Professor Simon MacKenzie


Institute of Aquaculture Pathfoot Building, University of Stirling, Stirling, FK9 4LA

Professor Simon MacKenzie

Share a link

Evolutionary biology of the innate immune response integrating behaviour, immunity and nanotechnology toward improving health in aquaculture. I approach this with an integrative suite of methods both experimental and theoretical spanning across the fields of behavioural ecology, evolution and immunity. This is underpinned by the application of state of the art genomic techniques including transcriptomics (RNA-Seq/microarray) and more recently whole genome sequencing supported within a proven bioinformatic strategy for assembly, annotation, analysis and network modelling. Throughout my career to date my major academic interest has become to explore how immunity has evolved and recently how environmental conditions, particularly temperature, modulate the plasticity of the immune response. To this end I have applied a multi-level approach reaching from genomics to cellular and system function to personality and population.


ROBUST-SMOLT Impact of Early Life History in Freshwater Recirculation Aquaculture Systems on A. Salmon Robustness and Susceptibility to Disease at Sea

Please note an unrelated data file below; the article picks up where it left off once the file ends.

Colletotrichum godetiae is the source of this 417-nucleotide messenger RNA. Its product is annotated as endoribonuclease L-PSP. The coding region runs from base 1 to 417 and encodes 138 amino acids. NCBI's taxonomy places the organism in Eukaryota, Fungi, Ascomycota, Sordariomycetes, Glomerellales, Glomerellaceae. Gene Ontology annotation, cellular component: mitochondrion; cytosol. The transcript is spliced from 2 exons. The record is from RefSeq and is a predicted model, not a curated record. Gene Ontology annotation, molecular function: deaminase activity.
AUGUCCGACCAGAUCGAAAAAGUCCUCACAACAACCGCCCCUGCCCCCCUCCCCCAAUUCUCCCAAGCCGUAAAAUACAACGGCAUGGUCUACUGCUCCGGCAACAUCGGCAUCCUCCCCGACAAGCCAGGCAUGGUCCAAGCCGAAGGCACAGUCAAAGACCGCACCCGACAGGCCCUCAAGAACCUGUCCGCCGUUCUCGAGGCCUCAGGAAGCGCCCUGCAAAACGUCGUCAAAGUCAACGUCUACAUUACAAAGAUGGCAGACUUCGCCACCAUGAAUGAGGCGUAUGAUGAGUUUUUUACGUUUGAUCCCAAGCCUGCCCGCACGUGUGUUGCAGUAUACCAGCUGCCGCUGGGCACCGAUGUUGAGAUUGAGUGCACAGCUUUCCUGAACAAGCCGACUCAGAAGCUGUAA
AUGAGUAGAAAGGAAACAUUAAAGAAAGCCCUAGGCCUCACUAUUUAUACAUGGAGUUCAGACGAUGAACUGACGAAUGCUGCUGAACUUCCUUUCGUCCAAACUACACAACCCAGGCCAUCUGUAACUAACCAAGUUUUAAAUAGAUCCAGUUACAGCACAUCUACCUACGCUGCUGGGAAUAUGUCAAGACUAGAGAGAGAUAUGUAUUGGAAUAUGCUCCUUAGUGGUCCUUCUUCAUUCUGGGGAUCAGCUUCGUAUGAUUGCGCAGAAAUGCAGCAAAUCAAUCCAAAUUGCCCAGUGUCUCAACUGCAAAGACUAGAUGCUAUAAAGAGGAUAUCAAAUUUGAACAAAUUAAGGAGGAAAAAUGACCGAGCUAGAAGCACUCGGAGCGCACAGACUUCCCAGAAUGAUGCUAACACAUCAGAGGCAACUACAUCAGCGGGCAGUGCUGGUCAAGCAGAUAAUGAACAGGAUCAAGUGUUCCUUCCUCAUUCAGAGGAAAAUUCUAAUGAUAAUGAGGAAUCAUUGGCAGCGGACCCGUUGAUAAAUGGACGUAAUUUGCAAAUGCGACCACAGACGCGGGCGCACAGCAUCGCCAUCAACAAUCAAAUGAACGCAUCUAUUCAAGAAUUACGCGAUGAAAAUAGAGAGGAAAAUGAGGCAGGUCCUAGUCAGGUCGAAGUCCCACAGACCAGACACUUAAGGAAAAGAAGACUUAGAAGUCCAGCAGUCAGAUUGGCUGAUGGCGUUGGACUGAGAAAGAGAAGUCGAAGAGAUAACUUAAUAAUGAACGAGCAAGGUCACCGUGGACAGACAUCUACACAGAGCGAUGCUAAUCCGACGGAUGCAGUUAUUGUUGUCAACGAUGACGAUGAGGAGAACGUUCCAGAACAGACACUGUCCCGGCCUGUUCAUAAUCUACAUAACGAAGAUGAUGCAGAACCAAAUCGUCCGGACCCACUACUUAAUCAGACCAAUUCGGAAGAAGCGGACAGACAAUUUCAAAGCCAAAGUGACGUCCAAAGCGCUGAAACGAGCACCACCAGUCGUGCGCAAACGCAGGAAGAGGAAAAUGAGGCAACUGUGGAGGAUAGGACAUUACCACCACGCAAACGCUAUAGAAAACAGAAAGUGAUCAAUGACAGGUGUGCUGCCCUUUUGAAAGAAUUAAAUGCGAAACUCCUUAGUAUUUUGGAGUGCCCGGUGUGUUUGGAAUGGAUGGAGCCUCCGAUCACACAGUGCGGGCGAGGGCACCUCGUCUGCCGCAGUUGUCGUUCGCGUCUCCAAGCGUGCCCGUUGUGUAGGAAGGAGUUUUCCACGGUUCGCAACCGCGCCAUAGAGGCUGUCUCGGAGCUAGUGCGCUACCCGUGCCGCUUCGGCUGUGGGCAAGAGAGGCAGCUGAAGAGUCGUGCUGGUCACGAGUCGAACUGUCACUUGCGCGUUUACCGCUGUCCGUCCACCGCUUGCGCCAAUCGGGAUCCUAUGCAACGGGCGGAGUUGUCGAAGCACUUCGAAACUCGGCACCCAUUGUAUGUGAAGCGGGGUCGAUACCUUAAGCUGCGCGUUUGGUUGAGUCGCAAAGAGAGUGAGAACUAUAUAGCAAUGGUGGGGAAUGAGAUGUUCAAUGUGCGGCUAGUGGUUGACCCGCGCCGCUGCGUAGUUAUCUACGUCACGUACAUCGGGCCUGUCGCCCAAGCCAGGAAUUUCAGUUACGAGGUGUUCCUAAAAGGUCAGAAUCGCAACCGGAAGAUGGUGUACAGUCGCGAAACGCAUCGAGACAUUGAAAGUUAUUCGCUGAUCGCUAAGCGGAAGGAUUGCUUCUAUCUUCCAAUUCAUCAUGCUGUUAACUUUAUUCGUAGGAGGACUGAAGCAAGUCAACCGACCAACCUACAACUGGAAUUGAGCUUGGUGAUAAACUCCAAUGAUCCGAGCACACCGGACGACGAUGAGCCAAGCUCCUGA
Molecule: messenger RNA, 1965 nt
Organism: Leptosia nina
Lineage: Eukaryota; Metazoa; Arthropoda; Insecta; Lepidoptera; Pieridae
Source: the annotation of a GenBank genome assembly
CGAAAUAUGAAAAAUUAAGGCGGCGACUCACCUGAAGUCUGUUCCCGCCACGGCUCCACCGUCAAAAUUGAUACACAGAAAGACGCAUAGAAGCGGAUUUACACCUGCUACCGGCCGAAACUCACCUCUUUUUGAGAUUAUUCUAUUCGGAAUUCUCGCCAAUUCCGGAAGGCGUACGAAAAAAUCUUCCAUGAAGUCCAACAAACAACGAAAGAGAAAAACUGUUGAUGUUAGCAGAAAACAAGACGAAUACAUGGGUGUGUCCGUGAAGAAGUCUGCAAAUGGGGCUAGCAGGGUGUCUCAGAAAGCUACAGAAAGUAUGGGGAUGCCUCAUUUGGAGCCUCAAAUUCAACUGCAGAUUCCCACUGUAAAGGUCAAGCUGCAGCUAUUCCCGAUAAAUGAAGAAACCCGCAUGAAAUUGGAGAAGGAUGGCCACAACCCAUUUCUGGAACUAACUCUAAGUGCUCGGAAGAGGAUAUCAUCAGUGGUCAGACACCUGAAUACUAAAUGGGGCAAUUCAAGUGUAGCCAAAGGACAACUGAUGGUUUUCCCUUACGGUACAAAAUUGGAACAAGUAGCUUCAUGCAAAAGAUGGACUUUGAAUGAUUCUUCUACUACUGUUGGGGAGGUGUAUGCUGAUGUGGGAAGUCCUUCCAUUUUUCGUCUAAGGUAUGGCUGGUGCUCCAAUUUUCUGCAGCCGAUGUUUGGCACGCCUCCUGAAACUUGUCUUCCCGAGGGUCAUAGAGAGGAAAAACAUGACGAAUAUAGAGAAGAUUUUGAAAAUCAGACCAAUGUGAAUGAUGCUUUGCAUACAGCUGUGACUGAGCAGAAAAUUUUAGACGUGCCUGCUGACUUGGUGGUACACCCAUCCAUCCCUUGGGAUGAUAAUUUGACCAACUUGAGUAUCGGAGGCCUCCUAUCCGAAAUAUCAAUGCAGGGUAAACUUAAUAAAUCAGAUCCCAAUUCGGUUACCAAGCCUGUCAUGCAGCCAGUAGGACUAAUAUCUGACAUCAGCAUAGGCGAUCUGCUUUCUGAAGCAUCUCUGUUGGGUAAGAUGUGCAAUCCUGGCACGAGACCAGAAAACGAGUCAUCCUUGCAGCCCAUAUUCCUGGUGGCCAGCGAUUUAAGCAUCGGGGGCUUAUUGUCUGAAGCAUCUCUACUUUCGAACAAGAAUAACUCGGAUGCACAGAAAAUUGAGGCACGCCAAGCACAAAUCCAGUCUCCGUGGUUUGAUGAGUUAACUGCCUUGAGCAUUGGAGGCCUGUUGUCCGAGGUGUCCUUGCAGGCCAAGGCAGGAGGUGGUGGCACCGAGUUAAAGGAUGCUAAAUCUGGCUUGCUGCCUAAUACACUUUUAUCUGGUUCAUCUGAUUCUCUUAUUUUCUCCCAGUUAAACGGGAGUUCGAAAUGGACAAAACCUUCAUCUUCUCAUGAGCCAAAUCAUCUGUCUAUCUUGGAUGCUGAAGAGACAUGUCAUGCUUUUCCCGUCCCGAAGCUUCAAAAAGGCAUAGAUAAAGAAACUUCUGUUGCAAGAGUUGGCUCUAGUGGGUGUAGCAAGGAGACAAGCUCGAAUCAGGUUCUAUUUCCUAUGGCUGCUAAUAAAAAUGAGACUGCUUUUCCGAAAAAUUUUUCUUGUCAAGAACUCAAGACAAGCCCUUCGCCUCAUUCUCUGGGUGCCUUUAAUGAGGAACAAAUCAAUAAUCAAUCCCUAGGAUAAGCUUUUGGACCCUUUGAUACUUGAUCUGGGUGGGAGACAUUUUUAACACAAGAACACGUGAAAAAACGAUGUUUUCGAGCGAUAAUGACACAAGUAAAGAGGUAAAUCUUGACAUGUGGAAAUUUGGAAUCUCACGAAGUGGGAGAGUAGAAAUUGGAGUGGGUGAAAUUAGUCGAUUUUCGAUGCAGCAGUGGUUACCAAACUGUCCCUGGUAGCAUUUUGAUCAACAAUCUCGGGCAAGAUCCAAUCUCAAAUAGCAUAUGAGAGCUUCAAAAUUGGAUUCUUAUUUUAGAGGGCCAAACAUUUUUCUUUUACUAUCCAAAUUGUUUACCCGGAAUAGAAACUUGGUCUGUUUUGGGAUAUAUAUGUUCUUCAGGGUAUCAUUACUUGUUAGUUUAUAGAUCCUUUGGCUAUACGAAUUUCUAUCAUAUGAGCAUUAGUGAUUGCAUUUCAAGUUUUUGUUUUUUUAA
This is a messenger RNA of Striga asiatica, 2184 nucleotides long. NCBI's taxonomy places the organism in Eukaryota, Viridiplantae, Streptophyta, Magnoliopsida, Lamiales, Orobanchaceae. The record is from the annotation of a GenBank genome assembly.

PI: Professor Herve Migaud
Funded by: Biotechnology and Biological Sciences Research Council

Vaccines against AMR in Aquaculture
PI: Dr Margaret Crumlish
Funded by: International Development Research Centre

Impact of Net Cleaning and Sea Lice treatment upon Gill Health in Salmon
PI: Professor Simon MacKenzie
Funded by: The Norwegian Seafood Research Fund

Development of a full season production protocol for rainbow trout
PI: Professor Simon MacKenzie
Funded by: Norwegian Research Council

Technical considerations of closed containment sea pen production for some life stages of salmonids
Funded by: Scottish Aquaculture Research Forum

Health and welfare of lumpfish in hatchery production and deployed in Scottish salmon cages
PI: Dr Sonia Rey Planellas
Funded by: Scottish Aquaculture Innovation Centre